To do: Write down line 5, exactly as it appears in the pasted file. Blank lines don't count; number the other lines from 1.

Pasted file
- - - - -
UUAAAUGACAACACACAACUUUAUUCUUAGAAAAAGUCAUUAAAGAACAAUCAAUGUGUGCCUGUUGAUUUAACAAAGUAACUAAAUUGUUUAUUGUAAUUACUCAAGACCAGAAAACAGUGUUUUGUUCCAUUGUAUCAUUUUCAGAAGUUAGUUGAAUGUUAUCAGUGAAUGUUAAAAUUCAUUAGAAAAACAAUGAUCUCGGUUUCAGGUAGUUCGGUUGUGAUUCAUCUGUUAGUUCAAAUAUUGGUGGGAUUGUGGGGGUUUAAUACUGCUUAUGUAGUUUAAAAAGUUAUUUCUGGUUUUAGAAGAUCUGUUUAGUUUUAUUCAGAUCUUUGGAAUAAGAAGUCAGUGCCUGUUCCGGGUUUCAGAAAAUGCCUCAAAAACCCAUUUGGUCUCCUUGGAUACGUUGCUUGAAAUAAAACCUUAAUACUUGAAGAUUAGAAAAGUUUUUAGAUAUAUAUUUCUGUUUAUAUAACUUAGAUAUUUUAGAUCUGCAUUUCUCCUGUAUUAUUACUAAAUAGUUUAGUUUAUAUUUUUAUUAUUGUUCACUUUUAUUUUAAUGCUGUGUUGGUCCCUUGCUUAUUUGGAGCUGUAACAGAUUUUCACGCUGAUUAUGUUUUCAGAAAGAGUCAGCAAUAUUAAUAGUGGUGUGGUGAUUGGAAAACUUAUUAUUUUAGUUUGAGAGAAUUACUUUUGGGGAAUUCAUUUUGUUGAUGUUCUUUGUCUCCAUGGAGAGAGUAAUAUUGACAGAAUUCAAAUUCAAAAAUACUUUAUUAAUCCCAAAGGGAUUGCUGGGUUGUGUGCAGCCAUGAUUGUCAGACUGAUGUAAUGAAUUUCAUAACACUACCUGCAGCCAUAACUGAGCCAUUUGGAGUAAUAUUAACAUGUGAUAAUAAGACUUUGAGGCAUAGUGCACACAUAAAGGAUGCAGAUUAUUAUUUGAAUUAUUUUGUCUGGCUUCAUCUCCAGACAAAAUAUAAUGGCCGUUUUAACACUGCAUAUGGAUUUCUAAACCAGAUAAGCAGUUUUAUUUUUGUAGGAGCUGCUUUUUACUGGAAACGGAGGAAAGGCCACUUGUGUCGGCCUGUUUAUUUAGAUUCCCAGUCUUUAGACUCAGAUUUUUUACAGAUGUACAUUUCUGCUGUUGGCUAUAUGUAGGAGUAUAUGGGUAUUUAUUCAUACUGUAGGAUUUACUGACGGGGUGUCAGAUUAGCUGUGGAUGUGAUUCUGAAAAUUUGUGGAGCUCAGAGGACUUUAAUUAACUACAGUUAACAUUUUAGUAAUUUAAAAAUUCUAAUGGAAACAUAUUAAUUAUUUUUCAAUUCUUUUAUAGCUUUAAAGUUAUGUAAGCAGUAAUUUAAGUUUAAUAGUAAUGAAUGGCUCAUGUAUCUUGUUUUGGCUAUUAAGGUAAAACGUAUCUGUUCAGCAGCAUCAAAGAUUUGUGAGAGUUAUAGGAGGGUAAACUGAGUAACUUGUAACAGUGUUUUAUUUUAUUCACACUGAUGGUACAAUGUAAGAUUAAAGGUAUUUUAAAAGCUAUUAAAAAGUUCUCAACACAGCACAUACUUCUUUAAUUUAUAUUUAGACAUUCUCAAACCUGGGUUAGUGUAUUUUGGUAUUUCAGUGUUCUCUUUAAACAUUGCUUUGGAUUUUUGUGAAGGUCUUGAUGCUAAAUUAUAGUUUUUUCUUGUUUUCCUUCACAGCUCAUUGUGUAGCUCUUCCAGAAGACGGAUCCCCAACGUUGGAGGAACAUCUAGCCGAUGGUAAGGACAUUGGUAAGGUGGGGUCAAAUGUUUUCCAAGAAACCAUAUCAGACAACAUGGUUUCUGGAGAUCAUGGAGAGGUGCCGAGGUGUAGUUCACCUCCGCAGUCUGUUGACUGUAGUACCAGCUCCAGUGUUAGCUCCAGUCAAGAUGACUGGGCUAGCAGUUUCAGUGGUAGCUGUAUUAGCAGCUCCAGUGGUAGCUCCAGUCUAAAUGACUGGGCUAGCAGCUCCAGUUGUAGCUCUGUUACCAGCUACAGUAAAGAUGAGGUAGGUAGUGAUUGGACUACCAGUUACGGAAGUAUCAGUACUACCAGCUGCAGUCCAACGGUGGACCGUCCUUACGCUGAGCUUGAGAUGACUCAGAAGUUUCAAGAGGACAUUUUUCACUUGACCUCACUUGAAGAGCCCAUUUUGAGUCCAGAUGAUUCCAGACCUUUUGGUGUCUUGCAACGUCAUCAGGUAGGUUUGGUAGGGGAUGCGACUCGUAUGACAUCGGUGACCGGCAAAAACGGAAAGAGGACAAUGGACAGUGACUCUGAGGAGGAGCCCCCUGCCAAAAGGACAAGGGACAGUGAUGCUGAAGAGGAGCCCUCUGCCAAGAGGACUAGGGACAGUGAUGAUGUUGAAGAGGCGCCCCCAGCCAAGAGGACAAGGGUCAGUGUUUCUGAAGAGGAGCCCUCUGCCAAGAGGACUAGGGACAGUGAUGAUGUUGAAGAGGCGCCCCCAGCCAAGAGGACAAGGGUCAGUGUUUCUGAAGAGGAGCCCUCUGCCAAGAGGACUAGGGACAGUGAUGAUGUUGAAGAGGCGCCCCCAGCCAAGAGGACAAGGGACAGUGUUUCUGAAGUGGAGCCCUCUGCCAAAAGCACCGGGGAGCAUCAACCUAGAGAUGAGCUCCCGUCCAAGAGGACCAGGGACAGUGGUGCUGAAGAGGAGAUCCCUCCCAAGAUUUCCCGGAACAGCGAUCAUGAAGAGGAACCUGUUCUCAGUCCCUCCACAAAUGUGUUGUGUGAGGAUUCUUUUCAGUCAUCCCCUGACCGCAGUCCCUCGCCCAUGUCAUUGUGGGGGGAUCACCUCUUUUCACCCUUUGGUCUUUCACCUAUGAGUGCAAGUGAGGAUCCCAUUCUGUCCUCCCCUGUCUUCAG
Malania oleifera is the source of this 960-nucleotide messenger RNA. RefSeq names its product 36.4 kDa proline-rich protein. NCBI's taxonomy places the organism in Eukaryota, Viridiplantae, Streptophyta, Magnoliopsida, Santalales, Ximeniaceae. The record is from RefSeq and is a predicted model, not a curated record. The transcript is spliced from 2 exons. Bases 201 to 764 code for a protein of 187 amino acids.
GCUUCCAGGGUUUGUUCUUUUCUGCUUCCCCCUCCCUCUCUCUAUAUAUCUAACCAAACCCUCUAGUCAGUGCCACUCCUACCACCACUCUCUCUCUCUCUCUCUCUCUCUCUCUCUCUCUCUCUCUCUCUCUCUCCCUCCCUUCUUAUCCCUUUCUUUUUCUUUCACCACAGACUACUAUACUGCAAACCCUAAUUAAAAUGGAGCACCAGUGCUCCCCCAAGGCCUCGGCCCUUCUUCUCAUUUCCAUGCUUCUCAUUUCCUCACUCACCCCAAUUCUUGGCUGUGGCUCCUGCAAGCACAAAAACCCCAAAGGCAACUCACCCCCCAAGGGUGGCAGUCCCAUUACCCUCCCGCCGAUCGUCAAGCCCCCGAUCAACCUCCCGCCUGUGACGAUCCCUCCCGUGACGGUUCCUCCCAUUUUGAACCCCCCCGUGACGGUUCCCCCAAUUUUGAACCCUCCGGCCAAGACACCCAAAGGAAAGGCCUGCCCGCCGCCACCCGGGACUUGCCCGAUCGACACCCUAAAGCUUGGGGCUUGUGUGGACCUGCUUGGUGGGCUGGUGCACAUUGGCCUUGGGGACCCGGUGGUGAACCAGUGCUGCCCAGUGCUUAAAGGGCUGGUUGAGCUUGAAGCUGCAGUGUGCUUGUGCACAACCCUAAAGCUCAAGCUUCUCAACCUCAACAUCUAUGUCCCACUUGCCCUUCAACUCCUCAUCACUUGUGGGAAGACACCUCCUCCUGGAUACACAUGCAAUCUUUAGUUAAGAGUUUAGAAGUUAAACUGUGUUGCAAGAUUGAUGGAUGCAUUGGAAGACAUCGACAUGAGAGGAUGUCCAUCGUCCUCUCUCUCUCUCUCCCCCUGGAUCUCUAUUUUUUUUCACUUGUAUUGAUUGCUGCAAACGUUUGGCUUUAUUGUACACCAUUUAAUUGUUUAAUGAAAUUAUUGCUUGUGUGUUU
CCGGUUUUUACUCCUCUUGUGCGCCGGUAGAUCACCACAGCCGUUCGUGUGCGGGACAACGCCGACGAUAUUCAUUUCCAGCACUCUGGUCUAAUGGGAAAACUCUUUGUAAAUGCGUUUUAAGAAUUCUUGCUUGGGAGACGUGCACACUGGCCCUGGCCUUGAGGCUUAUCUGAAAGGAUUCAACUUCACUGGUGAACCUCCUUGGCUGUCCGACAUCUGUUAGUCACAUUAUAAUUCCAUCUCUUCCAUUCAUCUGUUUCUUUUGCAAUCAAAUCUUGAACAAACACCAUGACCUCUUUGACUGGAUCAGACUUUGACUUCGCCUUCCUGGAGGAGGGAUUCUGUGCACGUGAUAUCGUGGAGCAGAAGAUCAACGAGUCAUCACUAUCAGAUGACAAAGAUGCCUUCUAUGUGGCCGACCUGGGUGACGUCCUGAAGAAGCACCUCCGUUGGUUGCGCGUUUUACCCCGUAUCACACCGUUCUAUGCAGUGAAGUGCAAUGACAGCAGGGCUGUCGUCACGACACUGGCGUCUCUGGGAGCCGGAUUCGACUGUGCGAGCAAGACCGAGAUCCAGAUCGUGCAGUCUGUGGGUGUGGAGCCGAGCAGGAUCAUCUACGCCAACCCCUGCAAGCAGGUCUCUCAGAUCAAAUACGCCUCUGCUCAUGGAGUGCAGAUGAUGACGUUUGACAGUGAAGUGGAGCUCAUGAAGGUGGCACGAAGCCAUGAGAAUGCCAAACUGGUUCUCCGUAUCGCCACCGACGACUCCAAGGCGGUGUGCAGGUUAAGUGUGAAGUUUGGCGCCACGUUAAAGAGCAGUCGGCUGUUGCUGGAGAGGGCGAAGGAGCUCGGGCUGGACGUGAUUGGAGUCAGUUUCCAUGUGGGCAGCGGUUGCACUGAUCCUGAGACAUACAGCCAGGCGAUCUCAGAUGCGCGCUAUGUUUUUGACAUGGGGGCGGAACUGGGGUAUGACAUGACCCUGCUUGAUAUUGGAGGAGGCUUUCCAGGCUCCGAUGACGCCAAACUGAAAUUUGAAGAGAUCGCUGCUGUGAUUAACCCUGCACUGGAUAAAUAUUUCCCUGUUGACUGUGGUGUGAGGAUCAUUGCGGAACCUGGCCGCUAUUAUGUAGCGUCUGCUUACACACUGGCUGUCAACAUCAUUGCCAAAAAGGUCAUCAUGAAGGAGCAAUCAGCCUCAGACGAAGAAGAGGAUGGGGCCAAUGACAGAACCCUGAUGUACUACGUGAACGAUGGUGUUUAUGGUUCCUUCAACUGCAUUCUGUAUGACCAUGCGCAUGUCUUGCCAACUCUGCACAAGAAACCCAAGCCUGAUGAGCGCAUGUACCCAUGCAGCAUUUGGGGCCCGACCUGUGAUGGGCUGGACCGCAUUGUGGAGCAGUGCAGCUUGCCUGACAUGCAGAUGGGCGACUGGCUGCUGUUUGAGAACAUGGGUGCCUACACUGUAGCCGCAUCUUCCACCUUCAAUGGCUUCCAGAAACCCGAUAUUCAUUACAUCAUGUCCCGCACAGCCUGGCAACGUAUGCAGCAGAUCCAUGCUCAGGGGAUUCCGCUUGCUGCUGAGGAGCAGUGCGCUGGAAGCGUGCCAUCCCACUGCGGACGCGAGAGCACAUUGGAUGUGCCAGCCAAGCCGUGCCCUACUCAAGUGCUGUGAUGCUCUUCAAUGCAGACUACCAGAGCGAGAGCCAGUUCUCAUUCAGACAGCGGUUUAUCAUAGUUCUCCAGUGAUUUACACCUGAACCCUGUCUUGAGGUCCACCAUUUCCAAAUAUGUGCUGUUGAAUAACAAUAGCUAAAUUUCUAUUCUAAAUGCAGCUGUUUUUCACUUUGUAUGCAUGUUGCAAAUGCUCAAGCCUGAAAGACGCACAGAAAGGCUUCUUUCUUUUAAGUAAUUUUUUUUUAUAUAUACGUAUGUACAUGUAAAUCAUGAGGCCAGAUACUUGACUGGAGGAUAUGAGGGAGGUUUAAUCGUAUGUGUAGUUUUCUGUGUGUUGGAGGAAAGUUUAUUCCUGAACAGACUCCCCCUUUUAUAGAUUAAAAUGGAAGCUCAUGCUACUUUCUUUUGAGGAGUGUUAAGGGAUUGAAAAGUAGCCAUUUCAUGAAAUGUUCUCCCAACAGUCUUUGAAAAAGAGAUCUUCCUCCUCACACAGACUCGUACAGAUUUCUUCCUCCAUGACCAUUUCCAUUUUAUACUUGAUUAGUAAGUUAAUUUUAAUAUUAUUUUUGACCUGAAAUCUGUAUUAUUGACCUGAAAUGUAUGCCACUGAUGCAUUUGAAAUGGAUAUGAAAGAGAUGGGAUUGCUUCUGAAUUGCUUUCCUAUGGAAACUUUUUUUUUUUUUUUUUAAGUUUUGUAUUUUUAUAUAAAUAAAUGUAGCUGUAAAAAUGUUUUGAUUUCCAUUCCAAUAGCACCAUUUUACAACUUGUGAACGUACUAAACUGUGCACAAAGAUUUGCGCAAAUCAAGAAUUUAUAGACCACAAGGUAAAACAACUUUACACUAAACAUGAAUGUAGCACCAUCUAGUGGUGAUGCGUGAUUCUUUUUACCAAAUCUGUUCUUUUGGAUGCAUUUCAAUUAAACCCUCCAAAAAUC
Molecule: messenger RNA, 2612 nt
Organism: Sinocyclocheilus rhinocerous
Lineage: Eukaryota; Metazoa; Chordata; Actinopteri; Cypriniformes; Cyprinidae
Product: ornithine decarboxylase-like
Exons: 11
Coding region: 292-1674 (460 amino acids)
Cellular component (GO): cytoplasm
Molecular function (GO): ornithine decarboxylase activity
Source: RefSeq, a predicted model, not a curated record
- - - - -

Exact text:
Molecule: messenger RNA, 2612 nt